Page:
Kelman: A novel idea: Read
Badaracco’s new book offers us an opportunity to learn from other people — and enjoy the journey
- By Steve Kelman
- Feb 12, 2007
I doubt you will be surprised when I tell you that, as a professor, I read a lot. Even when I was a child, people commented that I always had my nose in a book. I did go through a period of about 25 years — from college graduation to about a decade ago, including the period when I was in government — when I essentially read no novels. Then my younger sister encouraged me to take up fiction again.
So for the past 10 years, I’ve been reading a lot of novels. Although I can go for beach reading, I generally spend most of my reading time on so-called serious fiction. I find good fiction deepens my understanding of other places, times and human psychology. One of my favorites is Emile Zola’s “Nana,” which uses the portrayal of high-class prostitution as a metaphor for a sick society. Another is Henry James’ “The Bostonians,” an account of feminism in 1870s Boston.
I raise this topic because I recently learned that Harvard Business School professor Joseph Badaracco Jr. teaches a course that uses literature to provide case study material for class discussions about leadership. Badaracco has written a book, “Questions of Character: Illuminating the Heart of Leadership Through Literature.”
Badaracco’s book is not an effort to extract one-minute-manager type lessons. Rather, it presents a dialogue with literary works that asks us to think about what it means to be a great leader.
One work Badaracco discusses is Sophocles’ “Antigone.” Creon, the king of Thebes, who is obsessed with re-creating order after a civil war led by Antigone’s brother, refuses to allow Antigone to bury his brother according to proper rituals. What lesson can we draw from this? Focusing on a single objective “can render leaders oblivious to a wide range of factors that should influence them and can protect them from serious mistakes,” Badaracco wrote.
My other favorite discussion in Badaracco’s book is about F. Scott Fitzgerald’s uncompleted novel, “The Last Tycoon,” which deals with Hollywood film mogul Monroe Stahr.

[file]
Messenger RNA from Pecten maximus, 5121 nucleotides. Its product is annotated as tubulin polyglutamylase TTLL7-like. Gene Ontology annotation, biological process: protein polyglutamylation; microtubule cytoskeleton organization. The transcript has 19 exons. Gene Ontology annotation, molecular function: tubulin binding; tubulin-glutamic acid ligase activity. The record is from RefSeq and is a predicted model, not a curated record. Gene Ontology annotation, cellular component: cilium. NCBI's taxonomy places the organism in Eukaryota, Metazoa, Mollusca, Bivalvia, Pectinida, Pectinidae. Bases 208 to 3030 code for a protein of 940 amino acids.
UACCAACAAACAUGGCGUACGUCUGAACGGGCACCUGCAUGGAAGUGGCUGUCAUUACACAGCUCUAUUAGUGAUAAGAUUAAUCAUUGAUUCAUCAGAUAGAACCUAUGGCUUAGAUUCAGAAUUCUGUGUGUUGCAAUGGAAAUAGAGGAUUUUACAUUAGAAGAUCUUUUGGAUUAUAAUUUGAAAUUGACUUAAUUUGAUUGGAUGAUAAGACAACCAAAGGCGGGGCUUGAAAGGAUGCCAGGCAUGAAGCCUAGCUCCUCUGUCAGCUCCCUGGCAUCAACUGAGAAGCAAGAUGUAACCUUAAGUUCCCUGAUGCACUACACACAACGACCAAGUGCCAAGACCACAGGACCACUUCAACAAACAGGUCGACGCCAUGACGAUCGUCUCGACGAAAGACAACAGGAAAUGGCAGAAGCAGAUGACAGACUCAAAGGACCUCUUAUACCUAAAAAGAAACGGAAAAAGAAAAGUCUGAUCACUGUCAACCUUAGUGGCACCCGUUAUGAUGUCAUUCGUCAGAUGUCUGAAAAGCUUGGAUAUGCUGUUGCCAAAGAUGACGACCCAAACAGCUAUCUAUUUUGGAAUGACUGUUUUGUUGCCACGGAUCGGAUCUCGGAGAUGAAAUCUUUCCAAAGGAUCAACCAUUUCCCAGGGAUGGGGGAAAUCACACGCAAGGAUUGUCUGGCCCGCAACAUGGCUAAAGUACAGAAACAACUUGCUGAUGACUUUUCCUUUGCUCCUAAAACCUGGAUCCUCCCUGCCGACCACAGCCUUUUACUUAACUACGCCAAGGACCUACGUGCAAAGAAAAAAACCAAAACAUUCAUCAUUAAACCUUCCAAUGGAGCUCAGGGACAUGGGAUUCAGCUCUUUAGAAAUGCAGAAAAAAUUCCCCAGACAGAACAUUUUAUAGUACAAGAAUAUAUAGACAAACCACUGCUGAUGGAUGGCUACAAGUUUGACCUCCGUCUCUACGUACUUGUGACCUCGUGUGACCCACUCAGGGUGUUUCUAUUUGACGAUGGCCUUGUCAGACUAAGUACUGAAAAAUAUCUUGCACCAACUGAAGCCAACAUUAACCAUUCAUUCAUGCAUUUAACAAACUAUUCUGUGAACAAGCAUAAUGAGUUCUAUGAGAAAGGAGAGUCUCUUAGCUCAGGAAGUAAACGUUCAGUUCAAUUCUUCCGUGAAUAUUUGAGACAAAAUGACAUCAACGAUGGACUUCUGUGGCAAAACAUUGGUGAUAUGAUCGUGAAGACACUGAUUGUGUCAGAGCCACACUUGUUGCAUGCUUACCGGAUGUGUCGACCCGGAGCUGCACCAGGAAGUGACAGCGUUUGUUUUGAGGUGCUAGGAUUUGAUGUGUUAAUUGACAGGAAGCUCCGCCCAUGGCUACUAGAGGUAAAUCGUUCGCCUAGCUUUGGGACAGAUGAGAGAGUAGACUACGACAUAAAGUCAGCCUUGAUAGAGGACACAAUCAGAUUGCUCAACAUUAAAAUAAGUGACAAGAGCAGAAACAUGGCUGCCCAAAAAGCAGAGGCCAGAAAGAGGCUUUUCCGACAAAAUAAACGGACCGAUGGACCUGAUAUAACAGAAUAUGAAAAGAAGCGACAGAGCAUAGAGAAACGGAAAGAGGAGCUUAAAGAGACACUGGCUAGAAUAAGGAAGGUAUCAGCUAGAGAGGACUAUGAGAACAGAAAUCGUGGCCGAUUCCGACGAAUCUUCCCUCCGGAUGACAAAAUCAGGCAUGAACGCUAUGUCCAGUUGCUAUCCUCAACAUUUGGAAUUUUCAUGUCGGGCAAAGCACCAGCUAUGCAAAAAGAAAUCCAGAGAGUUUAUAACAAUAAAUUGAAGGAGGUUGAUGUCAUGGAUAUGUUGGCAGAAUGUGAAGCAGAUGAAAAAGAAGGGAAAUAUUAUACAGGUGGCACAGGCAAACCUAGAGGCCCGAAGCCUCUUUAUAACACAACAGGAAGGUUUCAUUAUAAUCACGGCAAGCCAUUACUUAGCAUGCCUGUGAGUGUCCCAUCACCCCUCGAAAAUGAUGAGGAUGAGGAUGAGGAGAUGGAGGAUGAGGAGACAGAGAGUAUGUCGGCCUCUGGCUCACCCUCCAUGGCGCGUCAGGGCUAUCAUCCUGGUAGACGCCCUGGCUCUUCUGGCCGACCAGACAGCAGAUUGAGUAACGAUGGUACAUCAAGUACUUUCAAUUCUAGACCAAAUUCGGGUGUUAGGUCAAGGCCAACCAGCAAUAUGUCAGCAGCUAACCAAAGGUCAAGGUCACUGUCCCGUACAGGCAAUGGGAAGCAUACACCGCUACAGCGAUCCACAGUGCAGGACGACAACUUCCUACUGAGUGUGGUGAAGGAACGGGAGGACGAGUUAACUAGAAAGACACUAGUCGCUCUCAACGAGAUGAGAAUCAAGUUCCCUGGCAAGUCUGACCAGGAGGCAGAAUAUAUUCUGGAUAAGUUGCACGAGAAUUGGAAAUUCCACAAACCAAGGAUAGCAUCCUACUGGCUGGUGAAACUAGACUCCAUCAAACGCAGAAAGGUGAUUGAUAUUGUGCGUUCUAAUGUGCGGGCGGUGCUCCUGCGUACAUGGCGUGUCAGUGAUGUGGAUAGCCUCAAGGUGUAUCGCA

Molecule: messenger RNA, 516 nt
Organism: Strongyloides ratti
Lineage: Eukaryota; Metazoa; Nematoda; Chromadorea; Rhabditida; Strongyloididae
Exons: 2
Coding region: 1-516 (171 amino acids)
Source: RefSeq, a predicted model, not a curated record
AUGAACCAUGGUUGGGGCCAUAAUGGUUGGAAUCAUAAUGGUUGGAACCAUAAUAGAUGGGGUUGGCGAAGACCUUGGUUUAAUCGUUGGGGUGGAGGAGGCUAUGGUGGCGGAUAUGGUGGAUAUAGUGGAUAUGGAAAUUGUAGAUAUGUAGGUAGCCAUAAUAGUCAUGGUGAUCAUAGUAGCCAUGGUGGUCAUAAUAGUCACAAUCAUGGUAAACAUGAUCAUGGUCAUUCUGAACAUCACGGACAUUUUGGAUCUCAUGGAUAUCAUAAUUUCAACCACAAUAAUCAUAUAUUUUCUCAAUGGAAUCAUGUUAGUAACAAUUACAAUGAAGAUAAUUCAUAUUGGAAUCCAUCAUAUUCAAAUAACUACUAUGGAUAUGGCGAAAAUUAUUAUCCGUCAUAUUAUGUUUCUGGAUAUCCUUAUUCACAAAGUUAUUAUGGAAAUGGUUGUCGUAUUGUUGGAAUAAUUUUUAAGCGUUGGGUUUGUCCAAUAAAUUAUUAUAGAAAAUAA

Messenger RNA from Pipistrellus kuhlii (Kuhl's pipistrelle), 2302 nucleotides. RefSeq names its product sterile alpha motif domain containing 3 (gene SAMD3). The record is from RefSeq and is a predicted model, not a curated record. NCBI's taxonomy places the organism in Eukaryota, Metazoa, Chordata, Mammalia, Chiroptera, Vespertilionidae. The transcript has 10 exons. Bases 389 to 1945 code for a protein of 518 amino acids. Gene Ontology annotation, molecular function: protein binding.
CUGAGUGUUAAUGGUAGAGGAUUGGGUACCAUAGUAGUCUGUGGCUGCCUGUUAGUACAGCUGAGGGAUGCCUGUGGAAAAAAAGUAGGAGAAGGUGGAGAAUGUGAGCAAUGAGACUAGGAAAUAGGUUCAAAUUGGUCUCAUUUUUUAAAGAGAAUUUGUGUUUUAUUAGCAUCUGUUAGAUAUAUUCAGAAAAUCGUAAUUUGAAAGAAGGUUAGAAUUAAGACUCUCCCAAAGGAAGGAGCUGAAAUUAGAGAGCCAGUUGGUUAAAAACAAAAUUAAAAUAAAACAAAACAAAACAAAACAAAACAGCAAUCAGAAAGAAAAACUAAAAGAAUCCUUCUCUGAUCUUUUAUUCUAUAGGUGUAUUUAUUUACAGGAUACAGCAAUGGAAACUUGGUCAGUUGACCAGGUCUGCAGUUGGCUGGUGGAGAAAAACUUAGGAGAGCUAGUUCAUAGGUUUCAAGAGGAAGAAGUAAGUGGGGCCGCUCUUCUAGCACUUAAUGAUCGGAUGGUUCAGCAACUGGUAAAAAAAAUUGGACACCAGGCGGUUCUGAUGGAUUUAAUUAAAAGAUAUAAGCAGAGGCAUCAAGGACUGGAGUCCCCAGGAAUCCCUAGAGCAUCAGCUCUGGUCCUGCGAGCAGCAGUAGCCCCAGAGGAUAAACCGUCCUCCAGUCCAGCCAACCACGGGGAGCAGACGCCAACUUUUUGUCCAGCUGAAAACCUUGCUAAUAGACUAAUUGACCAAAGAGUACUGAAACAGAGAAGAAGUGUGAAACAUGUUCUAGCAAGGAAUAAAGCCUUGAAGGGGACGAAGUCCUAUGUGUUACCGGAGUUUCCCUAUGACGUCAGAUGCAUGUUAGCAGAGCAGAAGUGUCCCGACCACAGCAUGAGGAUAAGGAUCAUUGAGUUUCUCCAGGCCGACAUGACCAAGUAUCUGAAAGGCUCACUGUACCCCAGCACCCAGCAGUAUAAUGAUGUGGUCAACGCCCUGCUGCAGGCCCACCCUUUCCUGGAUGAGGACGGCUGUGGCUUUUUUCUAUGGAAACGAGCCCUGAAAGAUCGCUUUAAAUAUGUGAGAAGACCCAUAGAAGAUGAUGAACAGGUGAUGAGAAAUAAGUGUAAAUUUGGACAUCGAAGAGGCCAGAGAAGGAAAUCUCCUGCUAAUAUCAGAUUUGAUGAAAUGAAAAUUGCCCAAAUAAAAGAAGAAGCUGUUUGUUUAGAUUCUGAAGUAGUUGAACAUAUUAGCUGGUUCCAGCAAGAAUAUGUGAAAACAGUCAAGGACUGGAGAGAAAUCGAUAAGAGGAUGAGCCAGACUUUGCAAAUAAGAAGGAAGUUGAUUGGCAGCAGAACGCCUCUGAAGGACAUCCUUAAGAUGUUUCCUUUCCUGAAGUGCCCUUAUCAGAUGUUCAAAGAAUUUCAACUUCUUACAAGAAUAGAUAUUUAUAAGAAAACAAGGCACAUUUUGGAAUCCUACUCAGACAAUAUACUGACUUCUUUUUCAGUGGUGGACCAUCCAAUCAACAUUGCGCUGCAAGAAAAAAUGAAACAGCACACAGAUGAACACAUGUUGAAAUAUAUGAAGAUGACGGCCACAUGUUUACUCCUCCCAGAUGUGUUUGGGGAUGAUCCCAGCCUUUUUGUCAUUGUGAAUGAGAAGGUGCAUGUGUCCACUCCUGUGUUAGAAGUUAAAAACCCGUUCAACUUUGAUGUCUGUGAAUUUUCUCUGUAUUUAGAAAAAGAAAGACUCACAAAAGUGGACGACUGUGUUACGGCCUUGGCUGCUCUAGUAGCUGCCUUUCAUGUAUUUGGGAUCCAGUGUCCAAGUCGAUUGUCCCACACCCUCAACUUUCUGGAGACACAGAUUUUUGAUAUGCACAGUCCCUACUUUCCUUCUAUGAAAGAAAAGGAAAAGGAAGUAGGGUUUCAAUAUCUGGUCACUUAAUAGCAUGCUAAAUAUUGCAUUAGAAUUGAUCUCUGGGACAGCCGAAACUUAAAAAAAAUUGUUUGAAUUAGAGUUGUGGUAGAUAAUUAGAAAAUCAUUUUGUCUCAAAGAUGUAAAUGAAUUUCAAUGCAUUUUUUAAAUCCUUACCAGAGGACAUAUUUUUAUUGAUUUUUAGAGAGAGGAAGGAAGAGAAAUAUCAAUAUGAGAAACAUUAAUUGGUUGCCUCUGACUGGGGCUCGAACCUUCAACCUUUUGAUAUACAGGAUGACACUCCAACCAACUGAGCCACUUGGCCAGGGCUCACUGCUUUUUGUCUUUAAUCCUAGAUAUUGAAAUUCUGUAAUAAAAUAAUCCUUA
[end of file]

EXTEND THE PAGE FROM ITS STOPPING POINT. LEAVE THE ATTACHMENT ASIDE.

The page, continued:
Badaracco uses that novel to critique the fashionable view that organizations must use incentives to align managerial behavior with the organization’s interests.
Badaracco isn’t totally opposed to that idea. He wrote that we must ensure that leaders don’t violate ethical constraints, for example. But he also argued that such incentives aren’t what makes Fitzgerald’s tycoon, or other great leaders, tick. Instead, he said, great leaders are driven by a devotion to their work.
“With his talents, Stahr could have succeeded at other careers, but they weren’t his calling. Successful leaders typically have found a place where they can work with passion, care and devotion,” Badaracco wrote.
Above all, he wrote, great leaders are accountable to themselves as much as to others.That chapter from Badaracco’s book was particularly poignant to me. I think of the youngsters these days who go to work for companies that manage hedge funds, not because they love the work. They want the money.
In Badaracco’s view, such people are unlikely to become great leaders.
Badaracco’s book is rich and deserves to be read. And the broader idea — that we should read novels — should be a resolution for all of us.
Kelman is professor of public management at Harvard University’s Kennedy School of Government and former administrator of the Office of Federal Procurement Policy. He can be reached at email@example.com